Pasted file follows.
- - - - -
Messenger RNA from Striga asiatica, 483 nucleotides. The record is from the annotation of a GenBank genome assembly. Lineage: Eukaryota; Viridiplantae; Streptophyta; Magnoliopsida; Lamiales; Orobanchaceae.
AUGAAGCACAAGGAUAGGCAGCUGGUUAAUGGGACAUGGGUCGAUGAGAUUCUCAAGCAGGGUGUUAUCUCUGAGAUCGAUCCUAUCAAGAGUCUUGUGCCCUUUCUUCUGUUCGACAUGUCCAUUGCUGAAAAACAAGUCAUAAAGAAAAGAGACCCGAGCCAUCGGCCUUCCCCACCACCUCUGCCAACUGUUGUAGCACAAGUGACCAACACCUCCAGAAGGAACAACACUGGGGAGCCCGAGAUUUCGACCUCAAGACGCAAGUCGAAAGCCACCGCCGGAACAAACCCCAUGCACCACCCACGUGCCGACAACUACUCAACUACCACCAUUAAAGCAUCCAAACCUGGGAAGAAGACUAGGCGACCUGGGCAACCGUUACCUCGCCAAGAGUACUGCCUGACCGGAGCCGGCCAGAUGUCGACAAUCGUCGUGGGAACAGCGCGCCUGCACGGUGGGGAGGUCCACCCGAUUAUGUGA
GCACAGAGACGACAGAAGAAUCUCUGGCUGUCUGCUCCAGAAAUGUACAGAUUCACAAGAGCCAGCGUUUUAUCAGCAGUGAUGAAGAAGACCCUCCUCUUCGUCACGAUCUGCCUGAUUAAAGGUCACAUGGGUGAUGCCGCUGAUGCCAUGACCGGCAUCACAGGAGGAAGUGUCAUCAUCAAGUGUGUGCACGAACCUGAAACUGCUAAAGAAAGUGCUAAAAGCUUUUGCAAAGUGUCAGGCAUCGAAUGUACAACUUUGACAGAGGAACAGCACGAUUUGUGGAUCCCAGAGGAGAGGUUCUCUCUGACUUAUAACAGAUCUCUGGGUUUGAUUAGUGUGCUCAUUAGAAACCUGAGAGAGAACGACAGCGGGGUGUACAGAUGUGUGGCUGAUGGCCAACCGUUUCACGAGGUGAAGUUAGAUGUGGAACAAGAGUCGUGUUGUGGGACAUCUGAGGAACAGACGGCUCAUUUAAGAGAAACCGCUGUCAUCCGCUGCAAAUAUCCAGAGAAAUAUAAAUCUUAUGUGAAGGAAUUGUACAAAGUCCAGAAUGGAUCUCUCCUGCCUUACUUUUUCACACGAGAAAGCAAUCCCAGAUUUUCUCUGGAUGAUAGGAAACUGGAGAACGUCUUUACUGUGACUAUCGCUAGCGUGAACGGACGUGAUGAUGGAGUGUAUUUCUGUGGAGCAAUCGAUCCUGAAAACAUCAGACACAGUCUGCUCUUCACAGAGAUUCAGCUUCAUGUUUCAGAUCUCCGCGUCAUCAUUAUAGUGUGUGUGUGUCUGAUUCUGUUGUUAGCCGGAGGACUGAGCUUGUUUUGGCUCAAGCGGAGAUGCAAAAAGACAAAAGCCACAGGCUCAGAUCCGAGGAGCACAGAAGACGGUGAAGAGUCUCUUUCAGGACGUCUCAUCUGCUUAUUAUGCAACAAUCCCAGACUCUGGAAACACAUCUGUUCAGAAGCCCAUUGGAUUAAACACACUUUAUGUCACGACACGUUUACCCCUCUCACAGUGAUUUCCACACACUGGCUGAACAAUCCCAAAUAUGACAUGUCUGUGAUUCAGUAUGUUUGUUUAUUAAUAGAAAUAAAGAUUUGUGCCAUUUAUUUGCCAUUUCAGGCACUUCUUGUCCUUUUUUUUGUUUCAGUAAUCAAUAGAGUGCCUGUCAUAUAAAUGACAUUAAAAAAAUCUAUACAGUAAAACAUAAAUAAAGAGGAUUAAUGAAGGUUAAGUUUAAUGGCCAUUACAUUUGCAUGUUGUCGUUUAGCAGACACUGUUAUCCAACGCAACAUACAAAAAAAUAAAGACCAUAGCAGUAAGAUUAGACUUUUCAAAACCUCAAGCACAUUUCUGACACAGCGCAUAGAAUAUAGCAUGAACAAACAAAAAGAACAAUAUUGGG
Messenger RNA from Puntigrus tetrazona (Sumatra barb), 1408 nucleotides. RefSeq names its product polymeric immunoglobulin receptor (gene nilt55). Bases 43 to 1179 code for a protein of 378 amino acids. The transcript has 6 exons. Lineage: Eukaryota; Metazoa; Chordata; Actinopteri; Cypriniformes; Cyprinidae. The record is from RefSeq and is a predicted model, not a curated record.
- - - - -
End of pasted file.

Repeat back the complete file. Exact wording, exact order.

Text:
Messenger RNA from Striga asiatica, 483 nucleotides. The record is from the annotation of a GenBank genome assembly. Lineage: Eukaryota; Viridiplantae; Streptophyta; Magnoliopsida; Lamiales; Orobanchaceae.
AUGAAGCACAAGGAUAGGCAGCUGGUUAAUGGGACAUGGGUCGAUGAGAUUCUCAAGCAGGGUGUUAUCUCUGAGAUCGAUCCUAUCAAGAGUCUUGUGCCCUUUCUUCUGUUCGACAUGUCCAUUGCUGAAAAACAAGUCAUAAAGAAAAGAGACCCGAGCCAUCGGCCUUCCCCACCACCUCUGCCAACUGUUGUAGCACAAGUGACCAACACCUCCAGAAGGAACAACACUGGGGAGCCCGAGAUUUCGACCUCAAGACGCAAGUCGAAAGCCACCGCCGGAACAAACCCCAUGCACCACCCACGUGCCGACAACUACUCAACUACCACCAUUAAAGCAUCCAAACCUGGGAAGAAGACUAGGCGACCUGGGCAACCGUUACCUCGCCAAGAGUACUGCCUGACCGGAGCCGGCCAGAUGUCGACAAUCGUCGUGGGAACAGCGCGCCUGCACGGUGGGGAGGUCCACCCGAUUAUGUGA
GCACAGAGACGACAGAAGAAUCUCUGGCUGUCUGCUCCAGAAAUGUACAGAUUCACAAGAGCCAGCGUUUUAUCAGCAGUGAUGAAGAAGACCCUCCUCUUCGUCACGAUCUGCCUGAUUAAAGGUCACAUGGGUGAUGCCGCUGAUGCCAUGACCGGCAUCACAGGAGGAAGUGUCAUCAUCAAGUGUGUGCACGAACCUGAAACUGCUAAAGAAAGUGCUAAAAGCUUUUGCAAAGUGUCAGGCAUCGAAUGUACAACUUUGACAGAGGAACAGCACGAUUUGUGGAUCCCAGAGGAGAGGUUCUCUCUGACUUAUAACAGAUCUCUGGGUUUGAUUAGUGUGCUCAUUAGAAACCUGAGAGAGAACGACAGCGGGGUGUACAGAUGUGUGGCUGAUGGCCAACCGUUUCACGAGGUGAAGUUAGAUGUGGAACAAGAGUCGUGUUGUGGGACAUCUGAGGAACAGACGGCUCAUUUAAGAGAAACCGCUGUCAUCCGCUGCAAAUAUCCAGAGAAAUAUAAAUCUUAUGUGAAGGAAUUGUACAAAGUCCAGAAUGGAUCUCUCCUGCCUUACUUUUUCACACGAGAAAGCAAUCCCAGAUUUUCUCUGGAUGAUAGGAAACUGGAGAACGUCUUUACUGUGACUAUCGCUAGCGUGAACGGACGUGAUGAUGGAGUGUAUUUCUGUGGAGCAAUCGAUCCUGAAAACAUCAGACACAGUCUGCUCUUCACAGAGAUUCAGCUUCAUGUUUCAGAUCUCCGCGUCAUCAUUAUAGUGUGUGUGUGUCUGAUUCUGUUGUUAGCCGGAGGACUGAGCUUGUUUUGGCUCAAGCGGAGAUGCAAAAAGACAAAAGCCACAGGCUCAGAUCCGAGGAGCACAGAAGACGGUGAAGAGUCUCUUUCAGGACGUCUCAUCUGCUUAUUAUGCAACAAUCCCAGACUCUGGAAACACAUCUGUUCAGAAGCCCAUUGGAUUAAACACACUUUAUGUCACGACACGUUUACCCCUCUCACAGUGAUUUCCACACACUGGCUGAACAAUCCCAAAUAUGACAUGUCUGUGAUUCAGUAUGUUUGUUUAUUAAUAGAAAUAAAGAUUUGUGCCAUUUAUUUGCCAUUUCAGGCACUUCUUGUCCUUUUUUUUGUUUCAGUAAUCAAUAGAGUGCCUGUCAUAUAAAUGACAUUAAAAAAAUCUAUACAGUAAAACAUAAAUAAAGAGGAUUAAUGAAGGUUAAGUUUAAUGGCCAUUACAUUUGCAUGUUGUCGUUUAGCAGACACUGUUAUCCAACGCAACAUACAAAAAAAUAAAGACCAUAGCAGUAAGAUUAGACUUUUCAAAACCUCAAGCACAUUUCUGACACAGCGCAUAGAAUAUAGCAUGAACAAACAAAAAGAACAAUAUUGGG
Messenger RNA from Puntigrus tetrazona (Sumatra barb), 1408 nucleotides. RefSeq names its product polymeric immunoglobulin receptor (gene nilt55). Bases 43 to 1179 code for a protein of 378 amino acids. The transcript has 6 exons. Lineage: Eukaryota; Metazoa; Chordata; Actinopteri; Cypriniformes; Cyprinidae. The record is from RefSeq and is a predicted model, not a curated record.